Call quality on the HTC Inspire 4G is great; let’s get that out of the way. We had no issues taking or making calls in New York City. Like all HTC Android devices, there is a large phone button at the bottom center that brings up the dial pad and recent calls. The dial pad is large, and its buttons are easy to press. The default Android contacts menu is a bit preferable to HTC’s version, which auto-calls any name you click on instead of bringing up a profile page. Still, what is here works just fine once you get used to it, and certainly looks a lot nicer than the stock version of Android 2.2.
Apps and Web browsing
Like all Android phones, the Inspire 4G comes with the Android Market and a number of apps. The flashlight app, upgraded calendar, and HTC music apps are especially nice and outshine Google’s own products.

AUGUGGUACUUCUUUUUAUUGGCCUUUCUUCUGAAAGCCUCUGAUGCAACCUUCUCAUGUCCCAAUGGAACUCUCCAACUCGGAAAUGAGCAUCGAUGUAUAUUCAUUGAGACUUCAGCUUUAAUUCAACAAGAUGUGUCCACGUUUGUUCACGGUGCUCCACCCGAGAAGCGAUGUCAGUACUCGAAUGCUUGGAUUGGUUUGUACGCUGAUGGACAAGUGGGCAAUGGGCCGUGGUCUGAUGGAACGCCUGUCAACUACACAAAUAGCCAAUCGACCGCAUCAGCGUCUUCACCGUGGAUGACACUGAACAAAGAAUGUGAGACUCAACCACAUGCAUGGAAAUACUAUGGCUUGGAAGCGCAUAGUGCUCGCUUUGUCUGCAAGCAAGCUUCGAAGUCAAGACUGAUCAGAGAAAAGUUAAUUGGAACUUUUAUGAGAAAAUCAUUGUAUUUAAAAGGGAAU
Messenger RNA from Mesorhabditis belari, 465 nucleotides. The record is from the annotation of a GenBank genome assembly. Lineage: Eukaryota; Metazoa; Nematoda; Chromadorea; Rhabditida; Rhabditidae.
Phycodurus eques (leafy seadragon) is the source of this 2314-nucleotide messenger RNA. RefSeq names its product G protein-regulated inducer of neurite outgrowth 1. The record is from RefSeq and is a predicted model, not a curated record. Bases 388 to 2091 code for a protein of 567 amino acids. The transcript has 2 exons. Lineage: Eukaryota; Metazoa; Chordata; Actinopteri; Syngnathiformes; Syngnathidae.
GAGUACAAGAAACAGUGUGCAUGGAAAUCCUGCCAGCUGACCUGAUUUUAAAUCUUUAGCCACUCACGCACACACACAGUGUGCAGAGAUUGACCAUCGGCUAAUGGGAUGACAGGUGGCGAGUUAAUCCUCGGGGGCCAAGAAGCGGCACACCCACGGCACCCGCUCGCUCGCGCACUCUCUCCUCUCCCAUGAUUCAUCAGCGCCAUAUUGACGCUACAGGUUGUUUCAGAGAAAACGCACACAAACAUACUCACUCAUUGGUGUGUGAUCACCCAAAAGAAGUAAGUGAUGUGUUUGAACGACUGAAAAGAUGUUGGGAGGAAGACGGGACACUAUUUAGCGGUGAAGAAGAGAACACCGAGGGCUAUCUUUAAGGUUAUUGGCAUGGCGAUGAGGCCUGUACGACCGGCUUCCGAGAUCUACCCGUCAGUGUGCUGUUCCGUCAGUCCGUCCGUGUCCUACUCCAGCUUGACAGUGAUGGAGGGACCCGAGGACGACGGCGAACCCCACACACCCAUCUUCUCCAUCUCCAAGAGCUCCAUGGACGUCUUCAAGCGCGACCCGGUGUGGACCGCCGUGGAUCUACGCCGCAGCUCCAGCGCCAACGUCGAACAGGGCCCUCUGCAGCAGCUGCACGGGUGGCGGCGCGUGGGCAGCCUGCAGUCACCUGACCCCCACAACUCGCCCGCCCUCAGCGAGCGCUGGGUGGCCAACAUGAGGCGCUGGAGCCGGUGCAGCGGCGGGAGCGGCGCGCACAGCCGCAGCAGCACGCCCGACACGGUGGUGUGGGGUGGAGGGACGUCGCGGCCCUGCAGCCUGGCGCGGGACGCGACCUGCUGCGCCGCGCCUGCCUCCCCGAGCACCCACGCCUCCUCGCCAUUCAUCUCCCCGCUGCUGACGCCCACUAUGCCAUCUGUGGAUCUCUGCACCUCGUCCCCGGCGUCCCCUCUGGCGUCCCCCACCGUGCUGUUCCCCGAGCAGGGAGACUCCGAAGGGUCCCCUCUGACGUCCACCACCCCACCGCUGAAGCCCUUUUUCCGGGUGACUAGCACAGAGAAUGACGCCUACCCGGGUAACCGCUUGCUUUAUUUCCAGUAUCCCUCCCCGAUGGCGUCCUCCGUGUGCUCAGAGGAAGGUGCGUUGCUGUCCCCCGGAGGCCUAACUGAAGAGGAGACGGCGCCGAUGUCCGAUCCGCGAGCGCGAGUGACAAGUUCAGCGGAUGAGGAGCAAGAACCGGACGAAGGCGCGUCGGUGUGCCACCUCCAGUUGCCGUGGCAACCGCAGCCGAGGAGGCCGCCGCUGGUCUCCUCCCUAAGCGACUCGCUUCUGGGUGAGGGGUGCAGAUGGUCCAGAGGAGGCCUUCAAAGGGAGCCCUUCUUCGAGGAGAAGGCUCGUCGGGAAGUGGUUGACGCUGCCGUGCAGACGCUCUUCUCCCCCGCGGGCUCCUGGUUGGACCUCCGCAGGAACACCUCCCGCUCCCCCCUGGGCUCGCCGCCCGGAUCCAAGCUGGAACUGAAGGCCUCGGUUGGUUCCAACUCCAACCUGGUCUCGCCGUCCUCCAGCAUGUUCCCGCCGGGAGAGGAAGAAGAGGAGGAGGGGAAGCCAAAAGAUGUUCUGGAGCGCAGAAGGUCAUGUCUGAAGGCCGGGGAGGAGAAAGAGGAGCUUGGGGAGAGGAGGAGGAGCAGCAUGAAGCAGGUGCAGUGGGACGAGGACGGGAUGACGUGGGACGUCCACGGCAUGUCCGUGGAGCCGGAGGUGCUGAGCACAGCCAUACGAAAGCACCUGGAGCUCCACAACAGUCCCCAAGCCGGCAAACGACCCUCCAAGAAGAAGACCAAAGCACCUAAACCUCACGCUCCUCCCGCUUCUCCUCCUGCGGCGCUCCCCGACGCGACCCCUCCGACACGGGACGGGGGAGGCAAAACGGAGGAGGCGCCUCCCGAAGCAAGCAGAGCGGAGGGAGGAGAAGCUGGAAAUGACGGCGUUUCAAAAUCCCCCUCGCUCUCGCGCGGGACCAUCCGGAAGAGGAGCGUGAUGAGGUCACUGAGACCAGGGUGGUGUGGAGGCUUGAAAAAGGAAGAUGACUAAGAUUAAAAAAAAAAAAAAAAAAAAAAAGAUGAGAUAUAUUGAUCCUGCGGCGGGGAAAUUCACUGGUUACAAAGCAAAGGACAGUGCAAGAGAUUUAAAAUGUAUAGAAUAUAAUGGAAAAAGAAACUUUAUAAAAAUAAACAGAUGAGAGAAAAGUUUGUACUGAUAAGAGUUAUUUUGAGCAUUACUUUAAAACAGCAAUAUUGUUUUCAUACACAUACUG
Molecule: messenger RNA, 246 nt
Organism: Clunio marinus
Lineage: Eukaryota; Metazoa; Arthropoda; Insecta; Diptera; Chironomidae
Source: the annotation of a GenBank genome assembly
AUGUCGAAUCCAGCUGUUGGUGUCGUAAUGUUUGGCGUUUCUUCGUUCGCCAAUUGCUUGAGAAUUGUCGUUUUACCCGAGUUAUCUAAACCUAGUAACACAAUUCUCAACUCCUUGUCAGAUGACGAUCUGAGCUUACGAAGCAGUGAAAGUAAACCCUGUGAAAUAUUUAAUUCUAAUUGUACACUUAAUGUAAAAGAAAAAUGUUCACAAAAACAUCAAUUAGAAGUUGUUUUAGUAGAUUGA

With that said, we wish that HTC wouldn’t agree to put apps on the phone that are not removable. A Blockbuster Video app comes preloaded on the Inspire and there is no way to remove it, just as there is no way to get rid of some of the preloaded AT&T apps, Asphalt 5, or QuickOffice. It’s forgivable to preload apps that we don’t want, but don’t make it impossible to remove them. Last year, the Droid Incredible came with permanent apps like Skype that actually never stop running in the background and tend to drain the battery. We haven’t found any battery-hogging apps running in the background of the Inspire 4G yet.
We tested the Inspire 4G on AT&T’s 4G HSPA+ network in New York City, but didn’t have much initial luck attaining high speeds. At last count, we averaged just under 1Mbps download speeds and about 100Kbps upload speeds — nothing to write home about. However, since having 4G doesn’t cost anything extra or appear to drain your battery extremely quickly like Verizon’s 4G LTE service, it worked pretty well. We experienced decent speeds most of the time and had no problem downloading a few music albums to the phone and streaming some podcasts and HD videos.